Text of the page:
As promised, here’s the sort-of sequel to the entrepreneurial tragedy theme – the other side of the same coin.
I was handed a second chance to do the same project I managed to screw up previously with a potent combination of hubris and shitty leadership/management skills. This time, I gave away equal equity to some really talented people. Here’s how that turned out.
A good team is invaluable
The main difference was that I set things up differently. I laid out the plan which can be summarized as “I want this to succeed” (actual words from my speech to the team). In terms of money, they got exactly what I got, even though it was my idea. I know that sounds generous but when you really think about it, it’s more common sense than some altruistic act. We had the same interests aligned and no arguments on how to reach our goal. Having learned that the hard way I’m now sure that that’s how you achieve success.
Without going into specific numbers (I’ll leave those for another time and place), I’ll just say that the end result was a very successful business. In fact, I delivered that same business a lot easier than expected this time around.
I briefly touched upon the difference between being in love with the people and the potential of the business in the previous post. If you try to be everything all the time, you will most certainly fail. Entrepreneurship is a team sport with clearly defined positions. There has to be a coach, general manager, and the respective roles players take on the field. You can’t have too many alpha males, and you can’t have any beta males.
The team is priceless. No matter what percent of ownership you have, if you have to give away as much as possible in order to get a good team – do it. That’s how you deliver on the promise of success, and the beautiful thing about success is that it will definitely produce money in the long run. By contrast, maximizing your holding definitely won’t. Maybe in the short term you’ll win but looking long-term, there’s no chance that will happen. You cannot solve all the problems all the time.
Matching roles and characteristics
A few years ago, someone offered me a chance to go into a company that was very promising on paper. I immediately checked the opportunity and not the team. What happened is I failed faster than Wile. E. Coyote comes up with a new plan for catching the Road Runner.
When I got on board, the team itself wasn’t adequate enough. The entrepreneur who sold the business to me was great but the rest of the crew he had around wasn’t in their right positions. Two of them wanted to be CEOs. There were two people in Ops, no sales team, only one tech guy, and so on.
Going a bit further with the sports vibe, a successful sports team like the Golden State Warriors can yield plenty of insights from a business perspective. Up until the finals which they lost against Toronto Raptors, there was a lot of use of the word ‘dynasty’ attached to the Warriors. By default, a dynasty is not about one person. Even though that team had Kevin Durant, probably the most potent scorer in the last decade or so and for many the best player today, no one on it was Michael Jordan, the greatest of the great.
For a second, let’s forget about the general manager who ties it all together through leadership.
The Warriors have one of the best coaches today in Steve Kerr, a champion in his own right. Steph Curry is a great point guard, who along with Klay Thompson makes for one of the most lethal scoring duos in the history of the game. Draymond Green is the middleman and the heartbeat of the team. Also add Andre Igoudala as an MVP-caliber sixth man, and great role players like Livingston and West to the mix and you get a winning combination.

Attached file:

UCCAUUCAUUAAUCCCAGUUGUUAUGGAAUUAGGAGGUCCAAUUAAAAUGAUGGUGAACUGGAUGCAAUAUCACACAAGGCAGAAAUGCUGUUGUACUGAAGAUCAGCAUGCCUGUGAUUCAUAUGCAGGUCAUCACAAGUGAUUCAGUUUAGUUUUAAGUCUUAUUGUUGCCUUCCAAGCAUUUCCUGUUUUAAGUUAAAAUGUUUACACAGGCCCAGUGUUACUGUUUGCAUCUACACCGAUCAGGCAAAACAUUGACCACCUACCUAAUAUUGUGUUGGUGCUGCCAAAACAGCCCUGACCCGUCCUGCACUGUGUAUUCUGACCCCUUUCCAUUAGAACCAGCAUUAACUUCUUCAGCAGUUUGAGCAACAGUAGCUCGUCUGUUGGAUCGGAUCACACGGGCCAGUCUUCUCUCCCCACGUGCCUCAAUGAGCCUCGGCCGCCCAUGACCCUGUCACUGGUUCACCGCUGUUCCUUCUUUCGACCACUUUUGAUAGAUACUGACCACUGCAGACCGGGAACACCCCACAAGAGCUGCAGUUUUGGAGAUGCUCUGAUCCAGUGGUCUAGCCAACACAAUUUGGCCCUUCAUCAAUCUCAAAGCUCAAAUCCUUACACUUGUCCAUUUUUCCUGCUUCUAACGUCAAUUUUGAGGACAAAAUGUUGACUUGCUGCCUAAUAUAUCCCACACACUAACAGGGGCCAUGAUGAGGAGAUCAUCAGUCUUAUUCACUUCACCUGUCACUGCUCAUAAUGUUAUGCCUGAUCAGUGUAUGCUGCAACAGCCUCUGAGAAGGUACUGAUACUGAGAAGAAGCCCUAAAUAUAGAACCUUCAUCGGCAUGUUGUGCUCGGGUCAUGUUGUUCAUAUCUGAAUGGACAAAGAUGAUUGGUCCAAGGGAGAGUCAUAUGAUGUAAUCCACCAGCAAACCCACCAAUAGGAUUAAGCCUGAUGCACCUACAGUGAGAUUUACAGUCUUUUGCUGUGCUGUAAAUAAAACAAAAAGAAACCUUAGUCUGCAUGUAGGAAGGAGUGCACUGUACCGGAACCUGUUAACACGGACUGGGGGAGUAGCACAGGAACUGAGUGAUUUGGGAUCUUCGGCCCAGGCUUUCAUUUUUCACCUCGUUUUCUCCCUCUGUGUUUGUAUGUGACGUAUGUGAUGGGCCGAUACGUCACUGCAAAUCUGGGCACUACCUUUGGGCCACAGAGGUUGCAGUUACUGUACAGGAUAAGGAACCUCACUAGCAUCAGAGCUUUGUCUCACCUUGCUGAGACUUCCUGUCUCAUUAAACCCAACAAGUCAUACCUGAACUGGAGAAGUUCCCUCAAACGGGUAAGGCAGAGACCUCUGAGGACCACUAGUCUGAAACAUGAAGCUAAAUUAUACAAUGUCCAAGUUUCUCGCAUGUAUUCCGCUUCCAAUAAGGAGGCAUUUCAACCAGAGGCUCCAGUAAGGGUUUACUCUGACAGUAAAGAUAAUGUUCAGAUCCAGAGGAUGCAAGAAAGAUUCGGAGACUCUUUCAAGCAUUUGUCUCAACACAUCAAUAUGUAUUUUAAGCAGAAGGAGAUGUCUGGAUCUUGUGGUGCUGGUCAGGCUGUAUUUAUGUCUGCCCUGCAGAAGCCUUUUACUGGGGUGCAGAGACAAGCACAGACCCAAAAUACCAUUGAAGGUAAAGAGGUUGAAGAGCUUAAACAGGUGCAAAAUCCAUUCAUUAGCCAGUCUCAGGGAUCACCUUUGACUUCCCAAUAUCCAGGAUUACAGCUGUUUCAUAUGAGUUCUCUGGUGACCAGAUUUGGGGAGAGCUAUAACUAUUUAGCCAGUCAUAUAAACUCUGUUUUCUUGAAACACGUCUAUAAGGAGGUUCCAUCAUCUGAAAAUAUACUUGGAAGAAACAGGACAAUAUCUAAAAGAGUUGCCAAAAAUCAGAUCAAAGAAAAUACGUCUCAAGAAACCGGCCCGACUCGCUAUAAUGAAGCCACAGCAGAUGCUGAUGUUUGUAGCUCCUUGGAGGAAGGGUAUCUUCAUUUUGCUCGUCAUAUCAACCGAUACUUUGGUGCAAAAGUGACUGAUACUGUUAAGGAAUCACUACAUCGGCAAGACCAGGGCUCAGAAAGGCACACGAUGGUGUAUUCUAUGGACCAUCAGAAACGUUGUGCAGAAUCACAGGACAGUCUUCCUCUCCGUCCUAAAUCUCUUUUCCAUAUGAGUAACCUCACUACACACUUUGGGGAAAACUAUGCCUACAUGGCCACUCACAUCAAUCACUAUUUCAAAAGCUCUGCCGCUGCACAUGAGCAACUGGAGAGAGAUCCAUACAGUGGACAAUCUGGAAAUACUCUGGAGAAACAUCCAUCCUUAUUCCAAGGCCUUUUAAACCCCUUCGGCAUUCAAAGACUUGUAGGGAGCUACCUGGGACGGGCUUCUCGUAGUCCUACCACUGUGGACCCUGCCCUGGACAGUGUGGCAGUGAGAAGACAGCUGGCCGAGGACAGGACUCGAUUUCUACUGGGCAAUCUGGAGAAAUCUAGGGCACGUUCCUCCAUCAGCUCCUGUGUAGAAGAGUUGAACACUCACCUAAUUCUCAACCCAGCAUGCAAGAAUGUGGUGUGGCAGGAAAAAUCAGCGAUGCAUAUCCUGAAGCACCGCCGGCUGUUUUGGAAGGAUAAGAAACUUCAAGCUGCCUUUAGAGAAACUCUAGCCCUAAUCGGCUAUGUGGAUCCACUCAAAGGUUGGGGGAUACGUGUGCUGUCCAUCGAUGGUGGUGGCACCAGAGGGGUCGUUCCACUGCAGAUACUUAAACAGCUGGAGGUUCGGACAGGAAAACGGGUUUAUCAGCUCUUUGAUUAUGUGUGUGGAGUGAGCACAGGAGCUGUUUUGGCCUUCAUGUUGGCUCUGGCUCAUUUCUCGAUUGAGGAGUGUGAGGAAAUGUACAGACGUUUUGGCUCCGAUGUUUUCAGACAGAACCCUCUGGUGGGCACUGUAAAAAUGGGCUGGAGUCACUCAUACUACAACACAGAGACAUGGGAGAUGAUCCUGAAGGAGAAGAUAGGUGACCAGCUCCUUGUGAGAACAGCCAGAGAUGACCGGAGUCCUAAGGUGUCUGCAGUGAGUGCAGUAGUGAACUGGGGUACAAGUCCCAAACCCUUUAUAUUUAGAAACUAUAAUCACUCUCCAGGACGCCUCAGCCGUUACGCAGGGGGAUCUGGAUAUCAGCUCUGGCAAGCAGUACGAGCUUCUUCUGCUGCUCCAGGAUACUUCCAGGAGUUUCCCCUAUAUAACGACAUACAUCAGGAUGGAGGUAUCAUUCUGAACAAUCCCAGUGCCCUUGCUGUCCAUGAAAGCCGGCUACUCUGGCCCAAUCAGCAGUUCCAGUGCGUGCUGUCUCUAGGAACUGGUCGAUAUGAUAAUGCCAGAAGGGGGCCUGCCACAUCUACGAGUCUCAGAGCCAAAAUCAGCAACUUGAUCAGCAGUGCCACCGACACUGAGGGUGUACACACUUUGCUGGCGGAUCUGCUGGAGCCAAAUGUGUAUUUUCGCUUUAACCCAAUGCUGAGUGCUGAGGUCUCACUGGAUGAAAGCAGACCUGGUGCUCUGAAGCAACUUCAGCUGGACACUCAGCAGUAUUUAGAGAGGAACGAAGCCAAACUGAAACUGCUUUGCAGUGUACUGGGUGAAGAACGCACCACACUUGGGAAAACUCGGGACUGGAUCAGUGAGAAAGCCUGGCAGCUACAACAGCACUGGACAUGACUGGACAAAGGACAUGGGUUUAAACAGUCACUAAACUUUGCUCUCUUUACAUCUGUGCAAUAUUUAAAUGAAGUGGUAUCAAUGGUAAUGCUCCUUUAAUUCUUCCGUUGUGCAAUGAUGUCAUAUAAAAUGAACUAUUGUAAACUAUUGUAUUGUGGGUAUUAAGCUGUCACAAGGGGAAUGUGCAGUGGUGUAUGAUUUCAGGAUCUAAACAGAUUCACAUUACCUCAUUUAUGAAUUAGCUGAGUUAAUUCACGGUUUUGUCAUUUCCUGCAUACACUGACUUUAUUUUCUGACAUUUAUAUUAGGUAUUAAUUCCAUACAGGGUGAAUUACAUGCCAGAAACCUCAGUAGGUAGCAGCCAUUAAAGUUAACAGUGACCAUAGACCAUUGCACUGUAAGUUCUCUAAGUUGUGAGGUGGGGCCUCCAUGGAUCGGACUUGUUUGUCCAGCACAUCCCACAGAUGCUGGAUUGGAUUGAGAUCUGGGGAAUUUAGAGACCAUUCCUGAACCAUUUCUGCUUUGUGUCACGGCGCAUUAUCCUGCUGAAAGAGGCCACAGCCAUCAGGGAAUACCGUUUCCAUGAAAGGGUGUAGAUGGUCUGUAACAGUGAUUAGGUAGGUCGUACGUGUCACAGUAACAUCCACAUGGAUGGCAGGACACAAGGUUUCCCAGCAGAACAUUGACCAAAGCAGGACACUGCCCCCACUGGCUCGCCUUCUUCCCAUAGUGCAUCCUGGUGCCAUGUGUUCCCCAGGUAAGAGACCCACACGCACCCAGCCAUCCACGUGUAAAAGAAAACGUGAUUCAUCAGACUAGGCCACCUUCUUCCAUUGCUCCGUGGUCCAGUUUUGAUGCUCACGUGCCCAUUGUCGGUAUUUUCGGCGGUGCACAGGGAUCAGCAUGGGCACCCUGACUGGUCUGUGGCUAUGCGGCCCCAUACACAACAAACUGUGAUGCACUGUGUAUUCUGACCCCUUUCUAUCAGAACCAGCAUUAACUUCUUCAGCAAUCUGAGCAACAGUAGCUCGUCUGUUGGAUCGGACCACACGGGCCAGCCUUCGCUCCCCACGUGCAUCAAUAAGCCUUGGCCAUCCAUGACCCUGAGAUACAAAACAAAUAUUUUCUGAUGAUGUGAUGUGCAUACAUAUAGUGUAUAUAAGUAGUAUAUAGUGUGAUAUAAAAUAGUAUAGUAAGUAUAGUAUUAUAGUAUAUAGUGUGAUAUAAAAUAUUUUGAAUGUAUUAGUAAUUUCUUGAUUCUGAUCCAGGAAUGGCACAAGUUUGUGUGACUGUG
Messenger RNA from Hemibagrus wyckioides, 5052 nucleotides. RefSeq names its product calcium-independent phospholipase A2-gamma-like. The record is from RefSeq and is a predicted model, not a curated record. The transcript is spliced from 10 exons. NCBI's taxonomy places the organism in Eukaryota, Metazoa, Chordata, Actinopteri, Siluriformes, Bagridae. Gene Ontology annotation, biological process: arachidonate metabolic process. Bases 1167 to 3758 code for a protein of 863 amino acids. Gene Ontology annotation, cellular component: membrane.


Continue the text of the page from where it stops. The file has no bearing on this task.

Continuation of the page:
Their characteristics are what made them interesting. Kerr is a humble guy, Curry is not a diva but a playful and charismatic player. Thompson is shy, while Green is aggressive and a loudmouth, the one who does all the dirty work. Durant is effective but doesn’t handle social media well.
The amazing part is that the social dynamics in that group worked really well. All of them combined know how to win. That’s the greatest compliment you can give to an athlete or a team, and the same goes for entrepreneurs.
Too much of something won’t work out
On the other hand, there are plenty of teams who didn’t have that basic structure. The 2003/2004 Los Angeles Lakers come to mind where the likes of Karl Malone and Gray Payton were added to one of the greatest duos of all time in Kobe Bryant and Shaquille O’Neal.
Malone got injured, Payton turned on the diva mode and was unable to adjust to the system, while the core of the team Bryant and O’Neal feuded throughout the season. The entire team, including coach Phil Jackson (one of the greatest NBA coaches ever) was off-track and ultimately, fell short of their goal.
In that sense, when you envision a team to support you, both the roles and the dynamics have to be aligned. Having too much of something just won’t work out. When you fall in love with the team, it’s critical to take their characteristics into account so that their natural dynamics can balance out and make them handle each other in the long run. Too much ego, too little ego, nobody around to do the dirty work, a diva – these are all recipes for failures.
It’s always the team, no coincidences
Reflecting on my past endeavors, I always succeeded in a team where everyone knew what their role was. Out of more than a dozen companies that I made successful, I can say hands down, I had 100% of the best teams I could find. Out of all my failures, I can’t say the same. For about 80% of them, at least in my mind, the focus was on the potential and the opportunity itself and not on the team.
I learned the hard way the value of a good team. Now, that makes me a better entrepreneur for it.